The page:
CMF extends special treatment of provisions for loan rescheduling

  • The extension of the term of this temporary measure, announced in April, will apply to the housing and commercial loan portfolios.
  • The aim is to facilitate loan rescheduling with debtors who maintain future payment capacity conditions.
  • The CMF stresses the importance of financial institutions to provide their customers with clear and accurate information on the various loan alternatives and their associated costs.

July 31, 2020 - The Financial Market Commission (CMF) decided to extend until August 31, 2020 part of the temporary measures announced in April for the treatment of credit risk provisions applicable to banks and supervised savings and credit cooperatives. The aim is to facilitate loan rescheduling with debtors who maintain future payment capacity conditions due to the Covid-19 pandemic.

The measures announced by the Commission in April, which were set to expire on July 31, 2020, allow banks and cooperatives not to consider increased provisions for loan installments that are rescheduled under this special treatment. The one-month extension on this treatment will apply to housing and commercial loans. The aim is to facilitate loan rescheduling for debtors who have been affected by the sanitary and economic situation, but still have the capacity to pay in the future.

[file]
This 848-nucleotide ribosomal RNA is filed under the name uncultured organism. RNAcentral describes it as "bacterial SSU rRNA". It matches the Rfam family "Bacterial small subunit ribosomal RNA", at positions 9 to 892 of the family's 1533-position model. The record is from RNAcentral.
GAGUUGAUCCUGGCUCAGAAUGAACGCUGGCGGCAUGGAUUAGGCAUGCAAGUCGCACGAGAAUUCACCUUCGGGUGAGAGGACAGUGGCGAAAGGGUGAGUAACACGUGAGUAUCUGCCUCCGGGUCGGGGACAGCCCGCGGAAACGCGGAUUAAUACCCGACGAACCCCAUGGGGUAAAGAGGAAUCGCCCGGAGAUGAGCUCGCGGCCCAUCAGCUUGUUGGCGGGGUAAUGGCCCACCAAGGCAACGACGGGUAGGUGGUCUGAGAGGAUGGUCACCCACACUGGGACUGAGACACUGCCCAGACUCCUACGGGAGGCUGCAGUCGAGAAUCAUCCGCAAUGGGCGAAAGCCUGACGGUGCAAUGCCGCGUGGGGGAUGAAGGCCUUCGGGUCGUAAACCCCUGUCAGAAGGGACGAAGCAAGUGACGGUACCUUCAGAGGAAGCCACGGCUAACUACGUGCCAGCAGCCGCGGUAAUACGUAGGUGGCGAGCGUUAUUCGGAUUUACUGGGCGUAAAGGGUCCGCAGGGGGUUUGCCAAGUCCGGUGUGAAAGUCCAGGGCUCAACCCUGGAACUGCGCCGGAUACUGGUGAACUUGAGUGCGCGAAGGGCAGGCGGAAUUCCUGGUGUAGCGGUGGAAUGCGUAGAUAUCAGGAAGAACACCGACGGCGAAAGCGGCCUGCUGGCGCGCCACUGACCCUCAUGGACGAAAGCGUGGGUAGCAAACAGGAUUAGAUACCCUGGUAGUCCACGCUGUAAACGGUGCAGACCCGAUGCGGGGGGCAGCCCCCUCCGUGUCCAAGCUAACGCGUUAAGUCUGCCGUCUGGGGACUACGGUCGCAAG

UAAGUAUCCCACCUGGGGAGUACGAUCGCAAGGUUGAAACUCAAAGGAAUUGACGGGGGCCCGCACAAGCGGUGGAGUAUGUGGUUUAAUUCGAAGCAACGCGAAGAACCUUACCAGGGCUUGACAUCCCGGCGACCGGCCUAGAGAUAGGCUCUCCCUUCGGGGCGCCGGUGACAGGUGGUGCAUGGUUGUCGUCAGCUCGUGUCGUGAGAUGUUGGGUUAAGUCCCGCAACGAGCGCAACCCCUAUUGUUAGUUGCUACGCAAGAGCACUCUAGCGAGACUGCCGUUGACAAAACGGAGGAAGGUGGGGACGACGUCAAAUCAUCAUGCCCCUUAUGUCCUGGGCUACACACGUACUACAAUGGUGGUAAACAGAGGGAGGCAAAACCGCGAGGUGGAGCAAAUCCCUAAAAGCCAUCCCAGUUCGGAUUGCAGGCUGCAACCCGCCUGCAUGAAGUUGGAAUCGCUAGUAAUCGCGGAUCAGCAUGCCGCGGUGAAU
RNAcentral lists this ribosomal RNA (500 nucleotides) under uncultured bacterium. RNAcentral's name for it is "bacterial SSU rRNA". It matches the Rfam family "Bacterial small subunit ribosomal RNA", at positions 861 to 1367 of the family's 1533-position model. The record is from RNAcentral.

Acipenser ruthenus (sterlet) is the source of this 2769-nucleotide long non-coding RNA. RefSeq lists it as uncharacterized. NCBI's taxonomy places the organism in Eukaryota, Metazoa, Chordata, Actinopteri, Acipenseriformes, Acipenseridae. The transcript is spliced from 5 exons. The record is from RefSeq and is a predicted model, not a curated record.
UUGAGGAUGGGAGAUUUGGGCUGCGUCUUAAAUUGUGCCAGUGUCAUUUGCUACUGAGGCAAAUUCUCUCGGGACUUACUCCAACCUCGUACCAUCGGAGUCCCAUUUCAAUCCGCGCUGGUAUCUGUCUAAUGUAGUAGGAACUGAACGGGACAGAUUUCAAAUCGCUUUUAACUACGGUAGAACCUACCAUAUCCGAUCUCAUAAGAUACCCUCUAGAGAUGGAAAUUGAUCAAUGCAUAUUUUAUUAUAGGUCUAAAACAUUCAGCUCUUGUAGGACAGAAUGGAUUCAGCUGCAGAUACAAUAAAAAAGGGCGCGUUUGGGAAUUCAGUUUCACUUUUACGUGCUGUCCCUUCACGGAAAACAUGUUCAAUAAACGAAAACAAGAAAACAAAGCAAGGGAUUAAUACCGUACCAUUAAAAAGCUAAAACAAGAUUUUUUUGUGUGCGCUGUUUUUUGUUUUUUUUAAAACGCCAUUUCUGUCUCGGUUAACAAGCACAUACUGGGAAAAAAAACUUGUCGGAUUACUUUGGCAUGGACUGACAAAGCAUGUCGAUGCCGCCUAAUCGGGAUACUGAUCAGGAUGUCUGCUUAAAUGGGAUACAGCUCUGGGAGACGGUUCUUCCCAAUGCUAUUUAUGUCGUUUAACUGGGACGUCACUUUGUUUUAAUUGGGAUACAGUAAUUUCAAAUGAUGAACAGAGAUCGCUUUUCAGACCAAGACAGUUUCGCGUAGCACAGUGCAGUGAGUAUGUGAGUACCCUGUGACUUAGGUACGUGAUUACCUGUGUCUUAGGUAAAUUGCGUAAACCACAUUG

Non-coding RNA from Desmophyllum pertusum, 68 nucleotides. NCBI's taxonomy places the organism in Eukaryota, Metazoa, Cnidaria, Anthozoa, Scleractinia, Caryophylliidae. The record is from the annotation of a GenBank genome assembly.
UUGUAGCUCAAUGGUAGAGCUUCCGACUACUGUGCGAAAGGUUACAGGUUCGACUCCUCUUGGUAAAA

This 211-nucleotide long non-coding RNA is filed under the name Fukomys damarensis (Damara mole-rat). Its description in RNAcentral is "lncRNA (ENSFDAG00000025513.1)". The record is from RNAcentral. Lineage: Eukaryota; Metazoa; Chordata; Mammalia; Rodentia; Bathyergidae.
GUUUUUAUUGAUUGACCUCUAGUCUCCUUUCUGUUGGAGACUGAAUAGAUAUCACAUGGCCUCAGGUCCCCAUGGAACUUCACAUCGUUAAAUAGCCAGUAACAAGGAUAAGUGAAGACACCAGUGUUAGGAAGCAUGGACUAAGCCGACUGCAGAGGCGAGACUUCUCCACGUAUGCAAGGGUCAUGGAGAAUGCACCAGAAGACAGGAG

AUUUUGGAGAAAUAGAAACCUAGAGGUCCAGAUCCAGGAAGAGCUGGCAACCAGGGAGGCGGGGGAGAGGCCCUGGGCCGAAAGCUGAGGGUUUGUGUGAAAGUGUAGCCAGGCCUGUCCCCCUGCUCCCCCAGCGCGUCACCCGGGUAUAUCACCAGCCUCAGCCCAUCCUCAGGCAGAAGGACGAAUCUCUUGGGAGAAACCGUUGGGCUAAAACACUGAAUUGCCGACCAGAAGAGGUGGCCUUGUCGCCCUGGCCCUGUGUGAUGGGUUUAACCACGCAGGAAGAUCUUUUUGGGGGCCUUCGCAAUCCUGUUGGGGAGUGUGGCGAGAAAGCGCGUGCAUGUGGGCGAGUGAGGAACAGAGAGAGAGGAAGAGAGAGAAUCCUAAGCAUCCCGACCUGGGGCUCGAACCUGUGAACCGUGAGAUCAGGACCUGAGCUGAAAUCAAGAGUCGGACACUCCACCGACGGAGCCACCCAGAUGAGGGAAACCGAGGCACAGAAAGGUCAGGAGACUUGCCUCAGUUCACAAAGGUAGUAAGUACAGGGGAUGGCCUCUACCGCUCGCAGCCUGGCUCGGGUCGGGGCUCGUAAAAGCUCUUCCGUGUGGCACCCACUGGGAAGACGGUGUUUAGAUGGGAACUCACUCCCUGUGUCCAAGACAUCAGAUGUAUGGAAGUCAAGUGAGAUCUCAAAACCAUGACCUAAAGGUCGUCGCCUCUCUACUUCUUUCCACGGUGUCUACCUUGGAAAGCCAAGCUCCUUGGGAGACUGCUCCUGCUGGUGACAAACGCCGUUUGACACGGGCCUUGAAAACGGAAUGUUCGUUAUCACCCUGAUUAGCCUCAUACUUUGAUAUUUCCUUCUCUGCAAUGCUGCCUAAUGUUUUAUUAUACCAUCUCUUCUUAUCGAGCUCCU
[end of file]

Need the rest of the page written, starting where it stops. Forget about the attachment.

The exceptional treatment allows for no increase in the risk provisions for housing and commercial loans, as long as the debtors are up to date or with arrears not exceeding 30 days in the month in which the rescheduling takes place, and the grace period or extension of dividends does not exceed 3 months.

Credit Risk

The one-month extension of these measures is part of the need to reconcile payment conditions that debtors will continue to require to meet their commitments with the obligation of supervised entities to adequately recognize credit risk in the economic situation faced by the country. The alternatives granted by the Commission for the treatment of provisions do not constitute a limit to other flexible payment options that banks and cooperatives may offer to their customers. Such alternatives must be consistent with their credit policies and adjusted to comply with the regulations in force. Furthermore, the special treatment provided by the CMF does not relieve financial institutions of the responsibility to maintain an adequate assessment of their credit and liquidity risk management, so as not to compromise their financial strength.

The Commission stresses the importance of financial institutions to provide clear and accurate information on their offers to their customers, including credit conditions, insurance status, associated costs, and any other information relevant to the assessment of a loan rescheduling.

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